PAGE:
Staten Islander Exclusive
Richard Louv’s book, Last Child In The Woods, birthed a movement. This movement has been growing over time, and its purpose is simple: to return children to nature and give them more hand-on experiences.
In previous generations, there was a lot more exposure to the natural world among younger people, including children and adolescents. What did this mean in real life? Kids would play outside unsupervised. They would go on hikes, build tree-houses in local undeveloped lots, and sleep under the stars in warmer weather. This seems like a foreign concept to young people today, but there was a time before everything was structured. Before play-dates and after-school activities.
In fact, in previous generations, it was not against the law to leave one’s children at home by themselves, or if it was, this was not enforced. Having children play outside unsupervised was similarly not illegal. However, after the many kidnappings that occurred in the 1970s and 80s, including that of Jennifer Schweiger and other young girls on Staten Island by Andre Rand and possibly others, those laws started to change.
Fear Of The Boogeyman, Previously Rooted In Fact and Statistics
Not only did constant supervision until a much later age become the norm, but housing developments, towns, and other governing bodies, such as homeowners’ associations, began to restrict what children could and could not do. In many housing developments, children cannot play outside. They cannot play certain games or do certain other things. In the past, kids used to set up nets and play hockey in the street. They used to build tree-houses in vacant lots and small wooded areas that were actually private, not public, property. Even in parks and woodlands owned by municipalities and the public, tree-houses are considered destructive and are disallowed. In essence, children cannot play outside in the current idiom.
Children must have constant supervision due to the fear of the boogeyman and the laws that this engendered. As the author points out, this fear may be overblown. It is much less likely for a child to be kidnapped and abused by a stranger than for them to be taken by someone they know. The case of Andre Rand and others like him is a rarer case than many people realize. Due to the nature of media reporting, and the tendency to focus exclusively on negative occurrences, many parents have an unrealistic idea of the possibilities for their children.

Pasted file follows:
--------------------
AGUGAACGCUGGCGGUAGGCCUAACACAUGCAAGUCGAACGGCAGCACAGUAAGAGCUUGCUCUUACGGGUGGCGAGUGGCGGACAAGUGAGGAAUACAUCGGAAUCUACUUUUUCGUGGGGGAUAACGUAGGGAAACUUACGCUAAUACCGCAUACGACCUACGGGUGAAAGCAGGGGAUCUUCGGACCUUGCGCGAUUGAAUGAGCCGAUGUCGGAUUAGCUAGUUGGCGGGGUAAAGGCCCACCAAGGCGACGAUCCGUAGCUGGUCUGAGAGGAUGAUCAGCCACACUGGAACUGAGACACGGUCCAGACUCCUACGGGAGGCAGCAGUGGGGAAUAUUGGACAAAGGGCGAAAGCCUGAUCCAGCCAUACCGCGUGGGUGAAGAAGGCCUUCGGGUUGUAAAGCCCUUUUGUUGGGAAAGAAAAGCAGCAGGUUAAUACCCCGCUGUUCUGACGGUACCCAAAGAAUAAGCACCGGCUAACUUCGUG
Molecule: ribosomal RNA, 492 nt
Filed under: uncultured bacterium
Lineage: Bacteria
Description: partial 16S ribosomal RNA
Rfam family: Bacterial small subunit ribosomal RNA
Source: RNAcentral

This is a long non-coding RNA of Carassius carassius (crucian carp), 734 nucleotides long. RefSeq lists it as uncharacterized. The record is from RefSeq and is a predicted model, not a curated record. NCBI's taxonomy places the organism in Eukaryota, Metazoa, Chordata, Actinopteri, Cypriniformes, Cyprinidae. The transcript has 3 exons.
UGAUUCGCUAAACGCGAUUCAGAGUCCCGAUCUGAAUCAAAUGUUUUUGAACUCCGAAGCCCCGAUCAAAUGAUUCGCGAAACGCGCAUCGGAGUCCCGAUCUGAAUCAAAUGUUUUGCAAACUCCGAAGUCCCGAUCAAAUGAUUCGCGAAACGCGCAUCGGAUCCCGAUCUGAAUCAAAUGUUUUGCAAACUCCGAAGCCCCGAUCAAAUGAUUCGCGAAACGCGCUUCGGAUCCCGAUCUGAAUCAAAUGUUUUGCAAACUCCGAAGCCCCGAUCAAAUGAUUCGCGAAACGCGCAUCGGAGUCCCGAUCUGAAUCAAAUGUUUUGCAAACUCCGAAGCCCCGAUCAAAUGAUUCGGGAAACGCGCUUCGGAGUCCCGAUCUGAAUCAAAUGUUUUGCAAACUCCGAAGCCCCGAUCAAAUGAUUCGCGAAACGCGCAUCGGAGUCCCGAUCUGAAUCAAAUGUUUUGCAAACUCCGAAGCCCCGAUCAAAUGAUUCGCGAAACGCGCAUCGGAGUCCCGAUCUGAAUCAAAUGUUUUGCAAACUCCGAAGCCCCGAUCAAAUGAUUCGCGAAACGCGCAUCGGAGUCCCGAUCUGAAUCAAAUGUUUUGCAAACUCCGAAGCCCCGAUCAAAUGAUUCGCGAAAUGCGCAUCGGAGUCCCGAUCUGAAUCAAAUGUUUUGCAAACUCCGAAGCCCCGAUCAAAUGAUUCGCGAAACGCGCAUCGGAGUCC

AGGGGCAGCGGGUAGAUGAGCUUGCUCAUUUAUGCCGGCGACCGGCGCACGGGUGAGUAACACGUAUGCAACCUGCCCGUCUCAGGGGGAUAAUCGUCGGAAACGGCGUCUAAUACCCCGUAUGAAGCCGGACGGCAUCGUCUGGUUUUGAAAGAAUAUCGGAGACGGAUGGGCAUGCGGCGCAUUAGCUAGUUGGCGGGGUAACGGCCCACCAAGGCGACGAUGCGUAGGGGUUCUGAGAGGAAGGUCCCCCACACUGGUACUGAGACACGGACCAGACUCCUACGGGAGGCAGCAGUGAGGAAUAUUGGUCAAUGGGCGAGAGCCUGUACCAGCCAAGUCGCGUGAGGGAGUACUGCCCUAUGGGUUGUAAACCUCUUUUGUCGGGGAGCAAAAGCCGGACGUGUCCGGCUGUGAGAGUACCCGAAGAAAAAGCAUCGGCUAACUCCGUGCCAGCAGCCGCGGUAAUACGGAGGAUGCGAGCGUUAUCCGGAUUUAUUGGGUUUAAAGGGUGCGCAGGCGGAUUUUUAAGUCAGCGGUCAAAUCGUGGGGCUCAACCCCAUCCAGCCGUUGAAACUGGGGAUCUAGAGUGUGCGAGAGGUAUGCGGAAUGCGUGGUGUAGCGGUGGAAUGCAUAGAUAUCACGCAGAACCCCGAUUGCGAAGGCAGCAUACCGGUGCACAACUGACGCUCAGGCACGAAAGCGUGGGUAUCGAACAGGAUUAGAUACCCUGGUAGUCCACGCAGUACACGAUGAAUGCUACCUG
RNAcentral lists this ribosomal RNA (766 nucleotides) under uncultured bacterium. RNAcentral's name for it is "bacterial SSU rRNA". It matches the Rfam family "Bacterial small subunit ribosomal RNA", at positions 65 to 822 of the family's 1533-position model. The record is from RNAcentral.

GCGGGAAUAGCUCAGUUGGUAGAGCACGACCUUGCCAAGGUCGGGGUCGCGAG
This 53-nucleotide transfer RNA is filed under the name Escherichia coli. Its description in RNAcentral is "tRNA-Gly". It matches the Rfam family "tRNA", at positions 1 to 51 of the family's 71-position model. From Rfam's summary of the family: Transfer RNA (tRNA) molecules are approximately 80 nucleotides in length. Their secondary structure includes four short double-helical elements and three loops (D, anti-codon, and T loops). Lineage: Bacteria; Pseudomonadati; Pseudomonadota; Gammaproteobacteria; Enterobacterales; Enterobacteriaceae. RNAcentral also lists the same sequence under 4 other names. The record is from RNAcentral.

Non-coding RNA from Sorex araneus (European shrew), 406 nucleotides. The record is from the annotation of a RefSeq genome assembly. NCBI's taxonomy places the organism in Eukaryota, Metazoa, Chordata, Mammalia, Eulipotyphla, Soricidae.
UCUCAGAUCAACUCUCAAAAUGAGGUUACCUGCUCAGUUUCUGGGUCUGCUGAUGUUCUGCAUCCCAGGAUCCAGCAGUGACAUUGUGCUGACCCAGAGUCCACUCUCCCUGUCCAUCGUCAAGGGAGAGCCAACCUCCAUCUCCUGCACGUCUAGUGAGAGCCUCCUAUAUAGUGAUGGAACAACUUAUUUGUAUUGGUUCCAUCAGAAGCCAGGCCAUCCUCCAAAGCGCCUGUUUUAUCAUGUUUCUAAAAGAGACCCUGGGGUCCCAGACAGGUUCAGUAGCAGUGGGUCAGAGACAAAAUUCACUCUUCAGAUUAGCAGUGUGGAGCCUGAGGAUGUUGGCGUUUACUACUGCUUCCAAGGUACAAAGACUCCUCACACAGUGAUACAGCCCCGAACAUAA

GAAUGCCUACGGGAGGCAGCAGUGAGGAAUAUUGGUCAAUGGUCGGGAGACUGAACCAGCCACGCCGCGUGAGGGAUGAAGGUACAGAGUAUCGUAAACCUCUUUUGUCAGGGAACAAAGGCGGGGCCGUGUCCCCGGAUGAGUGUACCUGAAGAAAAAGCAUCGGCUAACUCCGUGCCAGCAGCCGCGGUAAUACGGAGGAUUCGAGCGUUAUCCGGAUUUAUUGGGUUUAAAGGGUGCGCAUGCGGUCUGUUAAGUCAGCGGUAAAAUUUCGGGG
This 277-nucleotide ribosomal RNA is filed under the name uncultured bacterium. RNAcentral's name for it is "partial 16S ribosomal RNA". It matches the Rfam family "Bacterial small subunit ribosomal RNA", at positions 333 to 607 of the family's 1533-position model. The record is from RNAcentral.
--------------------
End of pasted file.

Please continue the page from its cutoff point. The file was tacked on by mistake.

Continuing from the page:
In addition to the way that media reporting tends to focus on the negative, statistically speaking these types of crimes have declined sharply since 1975. For whatever reason, kidnappings and abductions, as of 2006, make up only about 1% of the overall crimes committed. This was much higher back then. In other words, while it may have been a serious problem in the past, the incidence of it has declined sharply, making some of the precautionary laws and rules that have been enacted seem over-done.
While this is not to say that caution is not necessary, making it so that children must be locked up in their homes and always in front of a screen, whether a computer, tablet or cellphone, is unfair to them. Constantly monitoring a child can seriously stifle their sense of independence, which is a necessary part of growing up. More importantly, though, it can have negative effects that are not yet understood.